I’ve written quite a bit about Steve Jobs in the wake of his death nearly four weeks ago. The reason, of course, is that the course of his cancer was of intense interest after it became public knowledge that he had cancer. In particular, what I most considered to be worth discussing was whether the nine month delay between Jobs’ diagnosis and his undergoing surgery for his pancreatic insulinoma might have been what did him in. I’ve made my position very clear on the issue, namely that, although Jobs certainly did himself no favors in delaying his surgery, it’s impossible to know whether and by how much he might have decreased his chances of surviving his cancer through his flirtation with woo. However much his medical reality distortion field might have mirrored his tech reality distortion field, my best guess was that Jobs probably only modestly decreased his chances of survival, if that. I also pointed out that, if more information came in that necessitated it I’d certainly reconsider my conclusions.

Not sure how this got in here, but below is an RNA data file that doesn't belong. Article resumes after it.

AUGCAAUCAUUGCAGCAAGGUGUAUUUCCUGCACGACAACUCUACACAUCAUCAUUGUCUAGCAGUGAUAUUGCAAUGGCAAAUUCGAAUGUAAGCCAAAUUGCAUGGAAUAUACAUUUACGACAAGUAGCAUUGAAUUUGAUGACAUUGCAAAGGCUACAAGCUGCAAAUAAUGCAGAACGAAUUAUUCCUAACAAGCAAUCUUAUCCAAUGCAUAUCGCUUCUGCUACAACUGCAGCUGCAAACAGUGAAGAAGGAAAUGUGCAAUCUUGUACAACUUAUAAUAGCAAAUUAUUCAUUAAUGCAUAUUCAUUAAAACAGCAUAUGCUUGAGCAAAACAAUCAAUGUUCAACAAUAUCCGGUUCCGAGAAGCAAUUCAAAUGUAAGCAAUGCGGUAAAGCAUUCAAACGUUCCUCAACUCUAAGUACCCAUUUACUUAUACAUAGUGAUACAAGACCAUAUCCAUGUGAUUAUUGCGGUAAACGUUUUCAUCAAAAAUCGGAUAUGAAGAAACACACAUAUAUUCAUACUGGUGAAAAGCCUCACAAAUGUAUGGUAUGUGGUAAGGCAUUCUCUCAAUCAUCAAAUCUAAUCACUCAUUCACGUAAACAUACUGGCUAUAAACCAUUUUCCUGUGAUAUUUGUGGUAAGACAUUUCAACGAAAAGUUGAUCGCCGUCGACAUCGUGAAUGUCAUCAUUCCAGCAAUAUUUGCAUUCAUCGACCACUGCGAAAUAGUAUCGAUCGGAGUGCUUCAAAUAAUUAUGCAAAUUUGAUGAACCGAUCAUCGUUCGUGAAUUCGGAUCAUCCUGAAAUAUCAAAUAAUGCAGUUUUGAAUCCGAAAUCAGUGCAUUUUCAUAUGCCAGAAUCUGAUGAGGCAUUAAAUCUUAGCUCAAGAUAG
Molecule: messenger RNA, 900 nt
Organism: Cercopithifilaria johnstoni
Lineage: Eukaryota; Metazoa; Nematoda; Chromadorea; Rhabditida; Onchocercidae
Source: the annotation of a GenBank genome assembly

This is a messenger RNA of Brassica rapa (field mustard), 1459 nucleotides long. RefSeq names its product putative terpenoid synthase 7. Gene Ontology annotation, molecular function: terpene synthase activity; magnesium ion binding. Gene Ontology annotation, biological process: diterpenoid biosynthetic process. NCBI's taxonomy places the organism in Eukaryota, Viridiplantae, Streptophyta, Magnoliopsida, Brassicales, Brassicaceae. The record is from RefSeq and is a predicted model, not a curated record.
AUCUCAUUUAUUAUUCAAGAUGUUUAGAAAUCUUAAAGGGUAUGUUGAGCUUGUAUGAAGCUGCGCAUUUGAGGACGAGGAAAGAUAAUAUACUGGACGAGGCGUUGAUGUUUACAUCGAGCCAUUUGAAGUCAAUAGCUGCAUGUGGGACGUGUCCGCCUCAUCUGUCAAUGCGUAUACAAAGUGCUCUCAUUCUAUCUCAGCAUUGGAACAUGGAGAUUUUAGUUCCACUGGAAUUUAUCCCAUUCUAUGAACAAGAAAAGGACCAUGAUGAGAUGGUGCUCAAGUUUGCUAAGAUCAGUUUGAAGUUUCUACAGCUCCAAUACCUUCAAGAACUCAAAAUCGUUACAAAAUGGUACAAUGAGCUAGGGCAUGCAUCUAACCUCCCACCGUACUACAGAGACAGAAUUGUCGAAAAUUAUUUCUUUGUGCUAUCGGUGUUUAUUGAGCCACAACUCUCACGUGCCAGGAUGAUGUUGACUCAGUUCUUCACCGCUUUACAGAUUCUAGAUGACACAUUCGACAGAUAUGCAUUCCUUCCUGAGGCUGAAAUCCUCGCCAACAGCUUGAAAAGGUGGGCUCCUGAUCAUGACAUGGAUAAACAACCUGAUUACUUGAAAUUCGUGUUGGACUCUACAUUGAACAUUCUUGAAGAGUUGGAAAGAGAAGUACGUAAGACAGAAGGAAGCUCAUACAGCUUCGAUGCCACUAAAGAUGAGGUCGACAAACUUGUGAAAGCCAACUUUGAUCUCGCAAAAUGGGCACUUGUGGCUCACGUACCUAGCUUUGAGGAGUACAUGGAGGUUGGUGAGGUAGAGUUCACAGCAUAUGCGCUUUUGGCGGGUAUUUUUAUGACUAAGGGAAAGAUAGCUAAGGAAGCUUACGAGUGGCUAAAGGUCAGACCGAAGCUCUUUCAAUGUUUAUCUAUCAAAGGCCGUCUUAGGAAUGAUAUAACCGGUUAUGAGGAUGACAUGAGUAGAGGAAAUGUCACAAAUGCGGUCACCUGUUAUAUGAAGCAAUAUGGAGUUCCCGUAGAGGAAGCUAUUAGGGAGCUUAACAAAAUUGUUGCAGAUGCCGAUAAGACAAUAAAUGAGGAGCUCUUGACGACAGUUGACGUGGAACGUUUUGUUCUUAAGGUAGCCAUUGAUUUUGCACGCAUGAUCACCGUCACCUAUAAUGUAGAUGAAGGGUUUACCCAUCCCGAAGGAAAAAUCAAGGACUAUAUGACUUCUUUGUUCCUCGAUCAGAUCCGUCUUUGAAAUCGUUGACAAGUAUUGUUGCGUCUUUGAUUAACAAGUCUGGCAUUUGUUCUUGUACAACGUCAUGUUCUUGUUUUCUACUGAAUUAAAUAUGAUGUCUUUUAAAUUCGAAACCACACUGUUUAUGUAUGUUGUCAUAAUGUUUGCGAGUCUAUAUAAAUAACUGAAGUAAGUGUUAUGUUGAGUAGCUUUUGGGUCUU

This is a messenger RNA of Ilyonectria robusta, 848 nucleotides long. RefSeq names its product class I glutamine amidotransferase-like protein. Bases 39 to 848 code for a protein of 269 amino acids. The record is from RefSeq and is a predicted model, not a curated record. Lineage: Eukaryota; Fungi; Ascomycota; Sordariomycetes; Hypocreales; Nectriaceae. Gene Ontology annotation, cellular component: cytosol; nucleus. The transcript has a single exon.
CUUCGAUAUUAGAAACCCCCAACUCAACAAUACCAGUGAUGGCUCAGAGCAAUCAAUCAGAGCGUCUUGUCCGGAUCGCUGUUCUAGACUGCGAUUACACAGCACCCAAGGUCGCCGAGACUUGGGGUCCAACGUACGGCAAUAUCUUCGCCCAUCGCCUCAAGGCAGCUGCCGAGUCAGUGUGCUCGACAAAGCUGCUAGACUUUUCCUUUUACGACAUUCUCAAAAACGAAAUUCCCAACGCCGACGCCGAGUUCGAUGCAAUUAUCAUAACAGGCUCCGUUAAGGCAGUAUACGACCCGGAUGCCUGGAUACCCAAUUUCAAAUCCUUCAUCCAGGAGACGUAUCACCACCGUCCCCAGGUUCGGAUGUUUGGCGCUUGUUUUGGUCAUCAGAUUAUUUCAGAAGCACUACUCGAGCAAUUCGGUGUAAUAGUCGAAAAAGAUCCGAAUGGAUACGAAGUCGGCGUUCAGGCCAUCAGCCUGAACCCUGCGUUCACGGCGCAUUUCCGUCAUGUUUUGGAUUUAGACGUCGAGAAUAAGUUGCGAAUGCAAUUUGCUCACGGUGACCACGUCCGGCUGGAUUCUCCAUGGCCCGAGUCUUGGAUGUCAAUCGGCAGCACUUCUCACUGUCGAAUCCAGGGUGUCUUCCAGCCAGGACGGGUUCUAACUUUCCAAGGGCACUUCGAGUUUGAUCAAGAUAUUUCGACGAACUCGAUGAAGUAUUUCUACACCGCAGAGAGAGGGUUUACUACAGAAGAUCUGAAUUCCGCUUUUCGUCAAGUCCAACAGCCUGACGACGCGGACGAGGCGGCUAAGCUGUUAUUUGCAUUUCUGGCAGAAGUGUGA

The other issue that’s irritated me is that the quackery apologists and quacks have been coming out of the woodwork, each claiming that if only Steve Jobs had subjected himself to this woo or taken this supplement, he’d still be alive today. Nicholas Gonzalez was first out of the gate with that particularly nasty, unfalsifiable form of fake sadness, but he wasn’t the only one. Recently Bill Sardi claimed that there are all sorts of “natural therapies” that could have helped Jobs, while Dr. Robert Wascher, MD, a surgical oncologist from California (who really should know better but apparently does not) claims that tumeric spice could have prevented or cured Steve Jobs’ cancer, although in all fairness he also pointed out that radical surgery is currently the only cure. Unfortunately, he also used the failure of chemotherapy to cure this kind of cancer as an excuse to call for being more “open-minded” to alternative therapies. Even Andrew Weil, apparently stung by the speculation that Jobs’ delay in surgery to pursue quackery might have contributed to his death, to tout how great he thinks integrative cancer care is.